The violence associated with heavy metal is another concern. For example, when one show had to be stopped because the singer became ill, the audience rioted and even set fire to the arena. At another concert three youths were smothered to death when thousands of fans surged toward the stage, knocking down people in front and then trampling them.
In rap music, also known as hip-hop, a vocalist (or vocalists) chants rhymes over a rhythmic background, often provided by a computerized technique known as sampling. Most rap music is created by black musicians but marketed to audiences both black and white. A few rap messages are positive, taking a stand against such things as child abuse and the misuse of drugs. Nevertheless, most rap centers on rebellion against authority, violence, hatred of women, and racism. Many pieces contain profanity and lewd descriptions of sexual activity.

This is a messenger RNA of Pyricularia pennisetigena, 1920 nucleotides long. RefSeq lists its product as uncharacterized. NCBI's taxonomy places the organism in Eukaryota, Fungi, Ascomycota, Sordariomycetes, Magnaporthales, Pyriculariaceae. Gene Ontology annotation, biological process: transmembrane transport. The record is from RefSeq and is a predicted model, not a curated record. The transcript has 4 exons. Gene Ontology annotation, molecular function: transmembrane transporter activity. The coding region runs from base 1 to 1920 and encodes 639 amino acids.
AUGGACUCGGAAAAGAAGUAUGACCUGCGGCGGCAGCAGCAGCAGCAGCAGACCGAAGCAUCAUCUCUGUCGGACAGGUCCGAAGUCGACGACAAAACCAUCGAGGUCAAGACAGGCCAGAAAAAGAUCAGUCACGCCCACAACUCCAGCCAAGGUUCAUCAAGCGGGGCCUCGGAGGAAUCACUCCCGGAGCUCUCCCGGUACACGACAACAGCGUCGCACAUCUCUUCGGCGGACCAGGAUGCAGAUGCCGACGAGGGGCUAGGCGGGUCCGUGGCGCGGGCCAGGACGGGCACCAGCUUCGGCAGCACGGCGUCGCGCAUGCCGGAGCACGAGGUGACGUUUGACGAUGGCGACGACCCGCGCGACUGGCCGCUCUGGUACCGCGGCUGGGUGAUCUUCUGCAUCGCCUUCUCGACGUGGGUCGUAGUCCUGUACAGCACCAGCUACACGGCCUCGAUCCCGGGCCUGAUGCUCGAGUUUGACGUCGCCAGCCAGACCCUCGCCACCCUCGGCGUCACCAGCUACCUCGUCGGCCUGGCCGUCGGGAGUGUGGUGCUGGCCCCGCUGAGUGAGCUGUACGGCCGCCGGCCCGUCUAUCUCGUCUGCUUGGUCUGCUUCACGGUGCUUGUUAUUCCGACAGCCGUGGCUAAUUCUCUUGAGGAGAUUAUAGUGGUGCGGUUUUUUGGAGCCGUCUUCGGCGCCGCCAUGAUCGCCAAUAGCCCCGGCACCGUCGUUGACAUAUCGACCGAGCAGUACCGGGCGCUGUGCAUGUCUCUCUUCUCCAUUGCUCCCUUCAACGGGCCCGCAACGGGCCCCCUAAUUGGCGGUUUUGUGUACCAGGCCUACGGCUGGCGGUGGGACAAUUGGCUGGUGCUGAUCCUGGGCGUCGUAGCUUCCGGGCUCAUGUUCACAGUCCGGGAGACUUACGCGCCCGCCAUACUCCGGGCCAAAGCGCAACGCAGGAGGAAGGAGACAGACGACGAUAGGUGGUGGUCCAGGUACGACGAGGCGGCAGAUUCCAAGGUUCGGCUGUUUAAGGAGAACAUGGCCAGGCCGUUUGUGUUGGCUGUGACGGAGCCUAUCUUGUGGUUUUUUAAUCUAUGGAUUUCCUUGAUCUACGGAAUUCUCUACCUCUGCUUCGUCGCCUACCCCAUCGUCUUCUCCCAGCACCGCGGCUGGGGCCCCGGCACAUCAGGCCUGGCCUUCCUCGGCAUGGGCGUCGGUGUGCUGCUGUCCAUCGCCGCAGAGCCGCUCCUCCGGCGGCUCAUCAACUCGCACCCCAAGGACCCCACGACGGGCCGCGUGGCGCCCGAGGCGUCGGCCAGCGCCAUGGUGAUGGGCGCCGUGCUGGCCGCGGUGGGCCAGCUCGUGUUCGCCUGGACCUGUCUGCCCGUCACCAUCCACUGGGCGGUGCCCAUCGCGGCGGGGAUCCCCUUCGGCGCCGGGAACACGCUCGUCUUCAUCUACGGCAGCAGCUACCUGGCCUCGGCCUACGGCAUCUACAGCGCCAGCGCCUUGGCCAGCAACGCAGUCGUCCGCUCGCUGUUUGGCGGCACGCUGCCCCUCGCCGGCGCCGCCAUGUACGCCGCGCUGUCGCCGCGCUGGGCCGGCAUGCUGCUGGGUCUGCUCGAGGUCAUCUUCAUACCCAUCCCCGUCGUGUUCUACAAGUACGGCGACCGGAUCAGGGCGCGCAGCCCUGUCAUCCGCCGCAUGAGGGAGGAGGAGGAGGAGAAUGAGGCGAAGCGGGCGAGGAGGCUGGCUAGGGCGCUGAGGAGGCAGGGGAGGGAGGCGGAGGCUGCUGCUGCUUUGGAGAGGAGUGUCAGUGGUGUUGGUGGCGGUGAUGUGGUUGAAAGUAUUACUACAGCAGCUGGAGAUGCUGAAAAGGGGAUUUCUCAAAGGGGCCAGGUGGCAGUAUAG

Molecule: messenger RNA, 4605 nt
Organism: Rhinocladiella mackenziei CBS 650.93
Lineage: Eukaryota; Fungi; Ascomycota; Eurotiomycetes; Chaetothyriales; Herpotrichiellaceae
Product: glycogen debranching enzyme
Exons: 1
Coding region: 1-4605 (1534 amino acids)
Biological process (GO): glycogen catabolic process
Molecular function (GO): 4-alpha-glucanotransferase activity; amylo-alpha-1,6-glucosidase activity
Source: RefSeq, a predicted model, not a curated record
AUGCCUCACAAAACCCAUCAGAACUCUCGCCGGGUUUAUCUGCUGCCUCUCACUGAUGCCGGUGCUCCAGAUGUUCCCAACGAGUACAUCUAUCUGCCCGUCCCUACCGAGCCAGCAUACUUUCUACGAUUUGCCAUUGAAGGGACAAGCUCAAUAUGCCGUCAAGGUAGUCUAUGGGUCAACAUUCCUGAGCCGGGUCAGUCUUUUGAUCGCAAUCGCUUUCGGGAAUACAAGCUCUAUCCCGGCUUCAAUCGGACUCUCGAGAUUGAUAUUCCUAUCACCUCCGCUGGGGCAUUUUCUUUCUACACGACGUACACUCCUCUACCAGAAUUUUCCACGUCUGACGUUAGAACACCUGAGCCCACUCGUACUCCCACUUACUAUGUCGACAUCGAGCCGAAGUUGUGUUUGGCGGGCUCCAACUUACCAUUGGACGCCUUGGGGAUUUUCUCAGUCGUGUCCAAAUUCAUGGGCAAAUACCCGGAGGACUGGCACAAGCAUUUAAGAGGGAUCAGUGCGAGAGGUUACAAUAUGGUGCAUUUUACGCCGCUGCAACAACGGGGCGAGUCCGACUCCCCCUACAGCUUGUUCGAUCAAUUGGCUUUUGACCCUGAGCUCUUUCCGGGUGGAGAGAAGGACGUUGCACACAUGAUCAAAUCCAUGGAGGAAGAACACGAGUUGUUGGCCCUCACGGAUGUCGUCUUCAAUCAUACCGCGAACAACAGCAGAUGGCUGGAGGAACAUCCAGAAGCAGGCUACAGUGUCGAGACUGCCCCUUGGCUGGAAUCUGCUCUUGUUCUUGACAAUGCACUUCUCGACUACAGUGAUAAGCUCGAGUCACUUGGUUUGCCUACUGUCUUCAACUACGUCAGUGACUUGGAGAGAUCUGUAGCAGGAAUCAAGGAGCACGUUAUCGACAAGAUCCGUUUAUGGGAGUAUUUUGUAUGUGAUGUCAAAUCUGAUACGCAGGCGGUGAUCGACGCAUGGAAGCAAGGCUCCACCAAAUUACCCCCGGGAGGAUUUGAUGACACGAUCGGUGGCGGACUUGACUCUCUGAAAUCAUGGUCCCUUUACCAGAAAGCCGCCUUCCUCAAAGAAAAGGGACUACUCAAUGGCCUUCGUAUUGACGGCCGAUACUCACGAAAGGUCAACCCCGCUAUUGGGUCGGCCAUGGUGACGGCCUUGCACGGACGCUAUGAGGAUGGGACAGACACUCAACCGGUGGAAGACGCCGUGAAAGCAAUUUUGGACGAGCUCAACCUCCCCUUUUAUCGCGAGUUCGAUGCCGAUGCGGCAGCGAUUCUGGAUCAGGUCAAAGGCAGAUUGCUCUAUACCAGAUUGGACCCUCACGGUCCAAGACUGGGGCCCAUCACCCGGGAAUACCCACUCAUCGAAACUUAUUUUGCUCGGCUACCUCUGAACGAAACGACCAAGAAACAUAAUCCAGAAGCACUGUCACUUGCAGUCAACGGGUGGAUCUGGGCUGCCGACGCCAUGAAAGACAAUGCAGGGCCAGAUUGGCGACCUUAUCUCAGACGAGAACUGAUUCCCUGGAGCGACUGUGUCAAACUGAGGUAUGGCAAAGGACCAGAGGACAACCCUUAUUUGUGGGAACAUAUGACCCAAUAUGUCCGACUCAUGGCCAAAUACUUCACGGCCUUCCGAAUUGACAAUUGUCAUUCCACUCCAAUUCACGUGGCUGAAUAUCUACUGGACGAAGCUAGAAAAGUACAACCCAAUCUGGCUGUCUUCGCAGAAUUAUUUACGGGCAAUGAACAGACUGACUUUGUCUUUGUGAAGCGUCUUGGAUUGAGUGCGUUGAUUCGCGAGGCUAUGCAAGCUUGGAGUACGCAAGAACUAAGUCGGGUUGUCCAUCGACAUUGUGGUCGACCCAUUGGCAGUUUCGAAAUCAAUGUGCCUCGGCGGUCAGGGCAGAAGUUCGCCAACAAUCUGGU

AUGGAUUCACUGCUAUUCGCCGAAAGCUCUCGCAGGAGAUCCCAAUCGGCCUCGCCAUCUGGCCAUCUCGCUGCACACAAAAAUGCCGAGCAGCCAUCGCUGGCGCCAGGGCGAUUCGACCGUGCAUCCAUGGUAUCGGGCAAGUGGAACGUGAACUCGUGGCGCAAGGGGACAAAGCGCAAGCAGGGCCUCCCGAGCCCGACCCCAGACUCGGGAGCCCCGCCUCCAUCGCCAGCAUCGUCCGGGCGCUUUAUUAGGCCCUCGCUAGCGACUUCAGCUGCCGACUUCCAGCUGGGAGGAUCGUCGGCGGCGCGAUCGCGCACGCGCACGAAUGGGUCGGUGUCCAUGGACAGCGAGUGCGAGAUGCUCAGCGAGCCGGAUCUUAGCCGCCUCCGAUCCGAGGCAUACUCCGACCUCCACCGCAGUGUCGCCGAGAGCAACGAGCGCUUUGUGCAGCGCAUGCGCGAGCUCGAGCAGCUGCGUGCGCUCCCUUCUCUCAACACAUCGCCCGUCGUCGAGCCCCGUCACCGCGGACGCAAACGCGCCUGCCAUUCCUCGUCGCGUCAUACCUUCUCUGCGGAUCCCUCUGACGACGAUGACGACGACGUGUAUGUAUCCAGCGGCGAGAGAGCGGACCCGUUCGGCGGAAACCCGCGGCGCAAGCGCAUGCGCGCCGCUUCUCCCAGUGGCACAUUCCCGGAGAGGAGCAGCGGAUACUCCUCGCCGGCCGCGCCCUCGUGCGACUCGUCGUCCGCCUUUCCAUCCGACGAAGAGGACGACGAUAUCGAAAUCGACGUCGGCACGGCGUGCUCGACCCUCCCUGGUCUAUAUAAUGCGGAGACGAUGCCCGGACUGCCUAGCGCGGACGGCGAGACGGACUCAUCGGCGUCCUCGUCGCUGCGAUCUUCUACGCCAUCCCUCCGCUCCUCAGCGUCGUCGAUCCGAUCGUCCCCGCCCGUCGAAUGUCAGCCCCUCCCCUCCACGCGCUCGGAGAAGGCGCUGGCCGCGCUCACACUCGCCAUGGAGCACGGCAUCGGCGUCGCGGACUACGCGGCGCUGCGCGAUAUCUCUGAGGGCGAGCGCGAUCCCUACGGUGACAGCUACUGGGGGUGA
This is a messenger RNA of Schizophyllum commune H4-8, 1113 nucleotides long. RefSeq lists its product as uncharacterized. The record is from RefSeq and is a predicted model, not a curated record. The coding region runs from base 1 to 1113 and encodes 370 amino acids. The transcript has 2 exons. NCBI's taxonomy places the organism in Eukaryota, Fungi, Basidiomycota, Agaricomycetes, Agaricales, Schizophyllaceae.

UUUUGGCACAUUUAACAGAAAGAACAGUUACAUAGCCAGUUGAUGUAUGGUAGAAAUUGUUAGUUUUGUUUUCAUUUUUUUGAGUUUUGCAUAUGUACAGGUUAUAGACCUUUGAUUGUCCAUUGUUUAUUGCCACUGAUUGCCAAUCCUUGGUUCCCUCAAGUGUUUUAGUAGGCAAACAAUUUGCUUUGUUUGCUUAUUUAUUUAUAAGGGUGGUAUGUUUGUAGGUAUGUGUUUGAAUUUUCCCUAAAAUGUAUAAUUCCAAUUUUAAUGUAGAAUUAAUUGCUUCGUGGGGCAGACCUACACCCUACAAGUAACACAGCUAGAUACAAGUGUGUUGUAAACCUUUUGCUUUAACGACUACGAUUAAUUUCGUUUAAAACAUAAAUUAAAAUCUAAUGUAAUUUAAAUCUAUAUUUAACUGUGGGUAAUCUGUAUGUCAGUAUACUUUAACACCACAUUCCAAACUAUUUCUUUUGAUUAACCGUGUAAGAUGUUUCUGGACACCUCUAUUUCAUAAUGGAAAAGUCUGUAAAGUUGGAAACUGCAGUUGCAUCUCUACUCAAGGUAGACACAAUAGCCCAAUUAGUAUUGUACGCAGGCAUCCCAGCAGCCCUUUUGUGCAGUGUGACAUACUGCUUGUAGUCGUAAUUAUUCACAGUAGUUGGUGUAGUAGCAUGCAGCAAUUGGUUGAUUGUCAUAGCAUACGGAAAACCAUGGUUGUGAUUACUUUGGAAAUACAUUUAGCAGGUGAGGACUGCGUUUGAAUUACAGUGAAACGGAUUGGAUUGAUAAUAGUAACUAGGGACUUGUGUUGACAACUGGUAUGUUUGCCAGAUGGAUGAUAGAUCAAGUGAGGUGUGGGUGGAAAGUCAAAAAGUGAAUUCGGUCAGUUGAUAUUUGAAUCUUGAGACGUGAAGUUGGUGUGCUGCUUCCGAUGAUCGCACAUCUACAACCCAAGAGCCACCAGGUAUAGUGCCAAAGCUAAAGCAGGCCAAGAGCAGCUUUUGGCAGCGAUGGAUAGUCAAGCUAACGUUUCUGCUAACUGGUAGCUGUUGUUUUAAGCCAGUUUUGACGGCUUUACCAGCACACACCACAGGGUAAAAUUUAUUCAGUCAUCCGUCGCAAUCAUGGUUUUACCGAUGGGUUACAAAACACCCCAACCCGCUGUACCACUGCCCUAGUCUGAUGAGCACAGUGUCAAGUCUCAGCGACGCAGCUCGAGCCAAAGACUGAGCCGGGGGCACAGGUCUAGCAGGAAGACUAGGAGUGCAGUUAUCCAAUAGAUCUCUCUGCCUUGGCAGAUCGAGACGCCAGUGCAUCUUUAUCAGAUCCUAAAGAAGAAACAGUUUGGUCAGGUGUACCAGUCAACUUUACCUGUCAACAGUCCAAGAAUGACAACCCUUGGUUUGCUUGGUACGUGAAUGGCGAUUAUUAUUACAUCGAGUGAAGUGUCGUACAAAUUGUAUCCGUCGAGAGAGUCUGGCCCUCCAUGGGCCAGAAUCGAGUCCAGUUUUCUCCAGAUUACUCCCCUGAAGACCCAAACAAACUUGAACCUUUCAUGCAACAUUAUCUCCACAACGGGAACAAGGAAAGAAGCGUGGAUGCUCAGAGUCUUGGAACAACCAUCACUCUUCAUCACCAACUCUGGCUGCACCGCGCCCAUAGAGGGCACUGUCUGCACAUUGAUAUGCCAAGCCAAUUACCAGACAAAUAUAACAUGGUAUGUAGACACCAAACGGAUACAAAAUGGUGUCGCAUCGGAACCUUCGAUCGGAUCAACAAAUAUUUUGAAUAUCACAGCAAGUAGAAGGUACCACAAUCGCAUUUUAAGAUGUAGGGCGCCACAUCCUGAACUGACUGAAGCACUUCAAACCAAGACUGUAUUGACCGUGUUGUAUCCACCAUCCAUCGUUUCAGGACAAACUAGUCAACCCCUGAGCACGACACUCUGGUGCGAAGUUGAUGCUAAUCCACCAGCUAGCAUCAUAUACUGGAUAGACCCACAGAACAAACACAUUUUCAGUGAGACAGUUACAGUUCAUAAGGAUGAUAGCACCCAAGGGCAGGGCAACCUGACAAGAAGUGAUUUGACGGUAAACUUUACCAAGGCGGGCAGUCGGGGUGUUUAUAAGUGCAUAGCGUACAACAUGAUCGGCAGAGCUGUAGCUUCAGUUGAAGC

Violence has been a problem at some rap concerts. At one concert, 300 gang members attacked the audience, which struck back with metal chairs until the police came and broke up the concert. Forty-five persons were injured.
Last year, the New York State Sheriffs Association called for a boycott of all firms owned by Time Warner, Inc., until the company removed the rap song “Cop Killer” from store shelves. The head of the sheriffs’ group, Peter Kehoe, said: “This recording spews hate and encourages and glorifies the killing of police officers. As a direct result of this song, cops will be killed.” Eventually, it was removed from the market.
Are There Effects?
When musicians sing about evil or even act it out on stage, what effect does this have on listeners and viewers? Consider the following observations and experiences.
Dr. Carl Taylor, an assistant professor of criminal justice at Michigan State University, asserts that rock stars are “promoting a life-style. . . . The band members do influence the kids, very much so.”
One boy who survived a suicide attempt said that the music lulled him and his friend (whose suicide was successful) into thinking that “the answer to life is death.”